Are Limiting Beliefs Holding You Down?

By Dave Kahle

“In your training, do you focus on instilling new skills, or do you try to remove the hindrances to people using their existing skills?”

That was one of the best questions I have ever been asked. I recall it clearly. I was having lunch with the CEO of a large non-profit organization, for whom I was training their social workers in sales skills. As a professional speaker/author/trainer, it is a question that I have considered for decades. It really speaks to the heart of the task of helping someone improve and develop. And, while it is a deep question that I’ve considered, I never expected to hear it from a client.

The answer is that we – the teachers and trainers in the world – do both. We teach the practices and competencies that are proven and fundamental for success in sales and leadership. In many cases, these are new skills, new ideas and new practices for the learner.

At some point in the process, though, a very predictable phenomenon occurs. While the learner accepts, intellectually, the value of what has been taught, he/she makes no — or very limited — attempt to actually put it into practice.


The Process.

It’s a two-step process: First, the learner needs to become aware of some practice, process, idea or skill. Then, they need to intentionally work to put it into practice.

The first step is the easiest. It only takes a small amount of effort to identify practices, processes and skills which have been proven to be effective in your job or profession. No matter what your job, I suspect that there are at least five books written on the subject, and at least 20 websites offering solutions. A 15-minute web search will probably uncover enough practices and ideas to keep you busy for weeks.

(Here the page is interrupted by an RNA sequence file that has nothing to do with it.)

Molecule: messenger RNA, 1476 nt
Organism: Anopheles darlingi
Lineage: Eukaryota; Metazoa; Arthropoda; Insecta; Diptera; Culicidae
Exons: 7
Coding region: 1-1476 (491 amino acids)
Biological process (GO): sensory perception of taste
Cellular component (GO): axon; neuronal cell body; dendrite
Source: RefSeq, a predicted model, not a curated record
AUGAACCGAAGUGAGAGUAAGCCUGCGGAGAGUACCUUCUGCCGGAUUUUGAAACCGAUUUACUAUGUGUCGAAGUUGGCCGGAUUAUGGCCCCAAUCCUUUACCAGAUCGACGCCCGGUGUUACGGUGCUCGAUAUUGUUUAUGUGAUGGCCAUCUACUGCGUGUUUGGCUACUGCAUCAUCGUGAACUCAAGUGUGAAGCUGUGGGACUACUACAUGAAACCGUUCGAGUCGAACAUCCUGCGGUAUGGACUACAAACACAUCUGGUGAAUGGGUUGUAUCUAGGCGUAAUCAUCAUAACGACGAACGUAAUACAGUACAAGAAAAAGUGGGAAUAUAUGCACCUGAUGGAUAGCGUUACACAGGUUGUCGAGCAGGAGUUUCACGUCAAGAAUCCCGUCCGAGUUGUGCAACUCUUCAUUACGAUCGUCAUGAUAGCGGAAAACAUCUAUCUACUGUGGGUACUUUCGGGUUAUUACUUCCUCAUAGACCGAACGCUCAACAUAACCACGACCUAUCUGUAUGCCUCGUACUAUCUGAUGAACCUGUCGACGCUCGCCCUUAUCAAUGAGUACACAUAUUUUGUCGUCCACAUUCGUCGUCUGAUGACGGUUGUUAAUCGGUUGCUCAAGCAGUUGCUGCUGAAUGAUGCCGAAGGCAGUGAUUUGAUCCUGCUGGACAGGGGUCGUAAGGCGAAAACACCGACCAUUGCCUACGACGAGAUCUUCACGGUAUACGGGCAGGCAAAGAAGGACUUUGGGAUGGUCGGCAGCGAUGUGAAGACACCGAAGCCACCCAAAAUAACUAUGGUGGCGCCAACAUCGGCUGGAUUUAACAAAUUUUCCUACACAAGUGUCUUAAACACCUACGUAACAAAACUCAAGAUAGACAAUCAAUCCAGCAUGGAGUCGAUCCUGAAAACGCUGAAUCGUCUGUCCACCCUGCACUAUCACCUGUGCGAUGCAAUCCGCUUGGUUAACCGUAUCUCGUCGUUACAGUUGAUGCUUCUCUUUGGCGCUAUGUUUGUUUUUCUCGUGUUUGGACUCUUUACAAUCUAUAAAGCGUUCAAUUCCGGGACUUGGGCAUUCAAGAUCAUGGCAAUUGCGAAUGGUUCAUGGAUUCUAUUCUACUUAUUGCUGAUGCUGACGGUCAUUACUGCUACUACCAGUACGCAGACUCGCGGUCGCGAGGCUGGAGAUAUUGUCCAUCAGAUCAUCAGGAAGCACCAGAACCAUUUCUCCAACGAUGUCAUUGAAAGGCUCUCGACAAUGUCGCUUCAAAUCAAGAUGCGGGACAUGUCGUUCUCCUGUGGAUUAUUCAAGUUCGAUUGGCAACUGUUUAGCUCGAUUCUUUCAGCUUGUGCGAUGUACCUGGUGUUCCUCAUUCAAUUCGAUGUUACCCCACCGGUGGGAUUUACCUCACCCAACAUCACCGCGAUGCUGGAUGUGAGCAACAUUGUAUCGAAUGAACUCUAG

From the trainers’ perspective, the more important issue is identifying that combination of practices and processes, ideas and strategies, that will have the most impact at this moment for this group of people. Whenever I’m contracted to speak at a national sales meeting, for example, in a conversation with the meeting planner, I always say something to this effect: “I could do 40 hours of training for your group But we don’t have 40 hours, we only have 3 or 4. So the question is which combination of principles and practices will get you the biggest bang for the buck. Let’s sort through the possibilities and prioritize those that hold the greatest potential for making an impact.“

In the course of a 60 – minute phone call, we always identify a group of practices that will bring the greatest improvement in results.

So, that part of the process – identify the new things to teach or learn – is relatively simple.

The real challenge lies in the second part – helping the learner to actually use those practices. For someone intent on helping people develop, tap into their potential, and become more successful, it is the primary hurdle. I call it the “gap between idea and action.” It is relatively easy to transmit ideas; it is incredibly difficult to help the individual put them into action.

It is a complex problem, with lots of reasons that dissuade people at different times and places. For example, they can be as simple and superficial as not having the time: “I was so busy with other things that I just didn’t have time to give it the thought necessary to make the change.”

Fear of the discomfort that comes with any change in behavior is one of the most common. “I’m not comfortable doing that new thing. I’m not an expert at it, and I’ll feel foolish for a while. I’d rather not pay that price to gain a new skill.”


The Most Potent Obstacles.

That list of reasons why the gap between idea and action is a difficult one to traverse can go on for pages. I’ll save that for a future article. For now, I’d like to focus on a class of obstacles to changed, and better, behavior: Our pre-existing beliefs.